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– The purpose of this paper is to understand the competitive priorities of manufacturers in India, and examine the level of agreement or strategic consensus between senior executives and manufacturing managers on manufacturing competitive priorities in light of the prevalent culture.


– Survey data collected from 156 respondents from 78 manufacturing units based on a national sample in India are used to test the hypotheses using the paired samples t‐tests and multivariate analysis of variance.


– A relatively high emphasis by both levels of managers on quality, compared to the other three competitive priorities, is noteworthy and consistent with the global trends. The emphasis on delivery is a close second. Differences in competitive priorities exist across managerial levels in India despite the high power distance and low individualism.

Research limitations/implications

– The effect of ownership as private or public company was examined and no significant differences found, but data could not be collected on the ownership structure such as wholly owned domestic firms, foreign subsidiaries, or joint ventures. and whether a firm is a supplier to a multinational company. It may also be noted that a majority of the manufacturing companies in this paper came from three industries – chemicals, fabricated metals, and electronic and electrical equipment – and, hence, the findings of the paper might have been unduly influenced by the prevalent practices in these industries.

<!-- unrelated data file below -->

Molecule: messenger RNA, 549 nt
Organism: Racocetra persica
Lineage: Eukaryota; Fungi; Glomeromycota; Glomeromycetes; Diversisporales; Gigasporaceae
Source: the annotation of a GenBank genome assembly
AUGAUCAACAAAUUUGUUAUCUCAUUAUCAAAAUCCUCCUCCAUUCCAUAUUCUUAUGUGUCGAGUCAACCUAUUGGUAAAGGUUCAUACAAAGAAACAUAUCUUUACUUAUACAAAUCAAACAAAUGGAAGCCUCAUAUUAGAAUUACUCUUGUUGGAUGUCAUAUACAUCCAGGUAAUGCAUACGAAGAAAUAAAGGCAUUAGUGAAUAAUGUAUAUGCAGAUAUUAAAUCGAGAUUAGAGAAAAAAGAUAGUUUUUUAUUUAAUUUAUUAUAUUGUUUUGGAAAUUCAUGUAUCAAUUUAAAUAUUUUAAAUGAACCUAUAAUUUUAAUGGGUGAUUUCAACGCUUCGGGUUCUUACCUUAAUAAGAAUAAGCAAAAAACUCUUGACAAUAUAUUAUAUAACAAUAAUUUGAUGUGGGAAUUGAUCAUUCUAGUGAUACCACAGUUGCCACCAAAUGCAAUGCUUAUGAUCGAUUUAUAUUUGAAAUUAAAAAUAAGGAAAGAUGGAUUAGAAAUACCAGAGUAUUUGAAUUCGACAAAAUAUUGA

Practical implications

– The paper informs global managers and firms seeking to outsource to, or invest in, India that the Indian managers place significantly high emphasis on quality and delivery, but not as much on product variety or ability to make frequent changes to product design and production volume. The managers in India need to take note of prevailing differences in managerial priorities and efforts need to be made such that the priorities are aligned and manufacturing strategy may be unified and coordinated.


– In the Indian context, this is the first study that deployed multiple respondents to understand the manufacturing competitive priorities, and also the first to examine strategic consensus in operations strategy.


This is a pre-copy-editing, author-produced PDF of an article accepted for publication in International Journal of Operations & Production Management, volume 30, issue 8, in 2010 following peer review. The definitive publisher-authenticated version is available online at DOI: 10.1108/01443571011068207.

Peer Reviewed






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